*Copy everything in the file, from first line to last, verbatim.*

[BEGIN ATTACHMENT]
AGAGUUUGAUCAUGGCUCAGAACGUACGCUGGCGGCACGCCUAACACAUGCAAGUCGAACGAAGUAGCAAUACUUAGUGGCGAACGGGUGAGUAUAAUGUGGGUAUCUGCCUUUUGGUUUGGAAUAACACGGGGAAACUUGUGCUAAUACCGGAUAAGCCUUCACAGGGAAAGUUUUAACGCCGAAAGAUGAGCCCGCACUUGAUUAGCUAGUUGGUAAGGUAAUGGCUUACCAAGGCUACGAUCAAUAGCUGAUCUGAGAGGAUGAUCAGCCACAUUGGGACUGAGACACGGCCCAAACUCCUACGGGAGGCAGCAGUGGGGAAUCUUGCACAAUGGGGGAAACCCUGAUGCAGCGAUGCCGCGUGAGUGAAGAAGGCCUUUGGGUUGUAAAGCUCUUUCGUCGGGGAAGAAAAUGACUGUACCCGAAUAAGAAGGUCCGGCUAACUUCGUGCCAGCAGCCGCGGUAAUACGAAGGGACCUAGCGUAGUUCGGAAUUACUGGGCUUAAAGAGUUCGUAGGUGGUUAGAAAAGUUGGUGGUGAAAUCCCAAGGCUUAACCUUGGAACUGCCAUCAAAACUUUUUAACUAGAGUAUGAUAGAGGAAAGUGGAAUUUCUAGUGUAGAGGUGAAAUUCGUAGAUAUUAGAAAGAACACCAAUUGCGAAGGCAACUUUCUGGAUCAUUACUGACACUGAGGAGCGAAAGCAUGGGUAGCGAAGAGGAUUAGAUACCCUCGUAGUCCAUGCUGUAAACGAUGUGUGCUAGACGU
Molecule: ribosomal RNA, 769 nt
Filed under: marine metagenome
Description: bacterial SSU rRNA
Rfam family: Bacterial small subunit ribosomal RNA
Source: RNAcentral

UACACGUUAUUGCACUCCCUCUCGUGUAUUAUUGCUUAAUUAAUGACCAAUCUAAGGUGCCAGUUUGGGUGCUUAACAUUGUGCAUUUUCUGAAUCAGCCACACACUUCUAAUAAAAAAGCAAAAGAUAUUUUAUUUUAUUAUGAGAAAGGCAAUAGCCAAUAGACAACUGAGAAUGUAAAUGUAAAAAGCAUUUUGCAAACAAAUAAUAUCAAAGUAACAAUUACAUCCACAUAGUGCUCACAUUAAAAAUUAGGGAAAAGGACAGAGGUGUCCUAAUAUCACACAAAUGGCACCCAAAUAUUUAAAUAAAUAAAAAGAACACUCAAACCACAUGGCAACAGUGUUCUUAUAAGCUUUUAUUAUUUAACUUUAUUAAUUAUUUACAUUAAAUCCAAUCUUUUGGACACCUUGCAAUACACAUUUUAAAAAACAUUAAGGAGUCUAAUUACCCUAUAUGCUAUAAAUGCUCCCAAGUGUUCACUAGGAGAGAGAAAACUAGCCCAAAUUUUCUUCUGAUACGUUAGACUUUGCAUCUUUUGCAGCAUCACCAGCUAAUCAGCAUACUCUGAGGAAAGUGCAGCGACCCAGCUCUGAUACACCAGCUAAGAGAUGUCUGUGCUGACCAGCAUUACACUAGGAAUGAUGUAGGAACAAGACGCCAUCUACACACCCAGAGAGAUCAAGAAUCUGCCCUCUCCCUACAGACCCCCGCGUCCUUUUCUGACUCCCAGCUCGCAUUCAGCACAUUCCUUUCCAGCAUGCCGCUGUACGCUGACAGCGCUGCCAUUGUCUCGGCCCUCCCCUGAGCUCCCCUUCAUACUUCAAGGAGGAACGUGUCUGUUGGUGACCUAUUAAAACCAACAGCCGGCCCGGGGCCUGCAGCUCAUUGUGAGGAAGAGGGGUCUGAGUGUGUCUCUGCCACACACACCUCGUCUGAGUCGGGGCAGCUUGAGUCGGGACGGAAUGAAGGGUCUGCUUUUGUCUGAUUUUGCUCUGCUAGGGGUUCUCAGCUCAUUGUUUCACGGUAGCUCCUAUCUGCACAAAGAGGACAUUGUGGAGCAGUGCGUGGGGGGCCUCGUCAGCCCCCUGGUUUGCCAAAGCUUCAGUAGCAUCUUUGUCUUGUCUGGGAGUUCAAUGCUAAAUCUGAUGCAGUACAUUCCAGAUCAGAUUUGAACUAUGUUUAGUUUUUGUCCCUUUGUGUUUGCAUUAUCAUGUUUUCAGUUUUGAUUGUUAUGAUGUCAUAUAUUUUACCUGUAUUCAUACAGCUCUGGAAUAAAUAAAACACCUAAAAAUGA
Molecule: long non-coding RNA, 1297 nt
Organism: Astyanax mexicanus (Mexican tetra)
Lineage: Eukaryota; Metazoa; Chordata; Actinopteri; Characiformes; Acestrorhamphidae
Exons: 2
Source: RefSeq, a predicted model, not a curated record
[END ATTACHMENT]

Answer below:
AGAGUUUGAUCAUGGCUCAGAACGUACGCUGGCGGCACGCCUAACACAUGCAAGUCGAACGAAGUAGCAAUACUUAGUGGCGAACGGGUGAGUAUAAUGUGGGUAUCUGCCUUUUGGUUUGGAAUAACACGGGGAAACUUGUGCUAAUACCGGAUAAGCCUUCACAGGGAAAGUUUUAACGCCGAAAGAUGAGCCCGCACUUGAUUAGCUAGUUGGUAAGGUAAUGGCUUACCAAGGCUACGAUCAAUAGCUGAUCUGAGAGGAUGAUCAGCCACAUUGGGACUGAGACACGGCCCAAACUCCUACGGGAGGCAGCAGUGGGGAAUCUUGCACAAUGGGGGAAACCCUGAUGCAGCGAUGCCGCGUGAGUGAAGAAGGCCUUUGGGUUGUAAAGCUCUUUCGUCGGGGAAGAAAAUGACUGUACCCGAAUAAGAAGGUCCGGCUAACUUCGUGCCAGCAGCCGCGGUAAUACGAAGGGACCUAGCGUAGUUCGGAAUUACUGGGCUUAAAGAGUUCGUAGGUGGUUAGAAAAGUUGGUGGUGAAAUCCCAAGGCUUAACCUUGGAACUGCCAUCAAAACUUUUUAACUAGAGUAUGAUAGAGGAAAGUGGAAUUUCUAGUGUAGAGGUGAAAUUCGUAGAUAUUAGAAAGAACACCAAUUGCGAAGGCAACUUUCUGGAUCAUUACUGACACUGAGGAGCGAAAGCAUGGGUAGCGAAGAGGAUUAGAUACCCUCGUAGUCCAUGCUGUAAACGAUGUGUGCUAGACGU
Molecule: ribosomal RNA, 769 nt
Filed under: marine metagenome
Description: bacterial SSU rRNA
Rfam family: Bacterial small subunit ribosomal RNA
Source: RNAcentral

UACACGUUAUUGCACUCCCUCUCGUGUAUUAUUGCUUAAUUAAUGACCAAUCUAAGGUGCCAGUUUGGGUGCUUAACAUUGUGCAUUUUCUGAAUCAGCCACACACUUCUAAUAAAAAAGCAAAAGAUAUUUUAUUUUAUUAUGAGAAAGGCAAUAGCCAAUAGACAACUGAGAAUGUAAAUGUAAAAAGCAUUUUGCAAACAAAUAAUAUCAAAGUAACAAUUACAUCCACAUAGUGCUCACAUUAAAAAUUAGGGAAAAGGACAGAGGUGUCCUAAUAUCACACAAAUGGCACCCAAAUAUUUAAAUAAAUAAAAAGAACACUCAAACCACAUGGCAACAGUGUUCUUAUAAGCUUUUAUUAUUUAACUUUAUUAAUUAUUUACAUUAAAUCCAAUCUUUUGGACACCUUGCAAUACACAUUUUAAAAAACAUUAAGGAGUCUAAUUACCCUAUAUGCUAUAAAUGCUCCCAAGUGUUCACUAGGAGAGAGAAAACUAGCCCAAAUUUUCUUCUGAUACGUUAGACUUUGCAUCUUUUGCAGCAUCACCAGCUAAUCAGCAUACUCUGAGGAAAGUGCAGCGACCCAGCUCUGAUACACCAGCUAAGAGAUGUCUGUGCUGACCAGCAUUACACUAGGAAUGAUGUAGGAACAAGACGCCAUCUACACACCCAGAGAGAUCAAGAAUCUGCCCUCUCCCUACAGACCCCCGCGUCCUUUUCUGACUCCCAGCUCGCAUUCAGCACAUUCCUUUCCAGCAUGCCGCUGUACGCUGACAGCGCUGCCAUUGUCUCGGCCCUCCCCUGAGCUCCCCUUCAUACUUCAAGGAGGAACGUGUCUGUUGGUGACCUAUUAAAACCAACAGCCGGCCCGGGGCCUGCAGCUCAUUGUGAGGAAGAGGGGUCUGAGUGUGUCUCUGCCACACACACCUCGUCUGAGUCGGGGCAGCUUGAGUCGGGACGGAAUGAAGGGUCUGCUUUUGUCUGAUUUUGCUCUGCUAGGGGUUCUCAGCUCAUUGUUUCACGGUAGCUCCUAUCUGCACAAAGAGGACAUUGUGGAGCAGUGCGUGGGGGGCCUCGUCAGCCCCCUGGUUUGCCAAAGCUUCAGUAGCAUCUUUGUCUUGUCUGGGAGUUCAAUGCUAAAUCUGAUGCAGUACAUUCCAGAUCAGAUUUGAACUAUGUUUAGUUUUUGUCCCUUUGUGUUUGCAUUAUCAUGUUUUCAGUUUUGAUUGUUAUGAUGUCAUAUAUUUUACCUGUAUUCAUACAGCUCUGGAAUAAAUAAAACACCUAAAAAUGA
Molecule: long non-coding RNA, 1297 nt
Organism: Astyanax mexicanus (Mexican tetra)
Lineage: Eukaryota; Metazoa; Chordata; Actinopteri; Characiformes; Acestrorhamphidae
Exons: 2
Source: RefSeq, a predicted model, not a curated record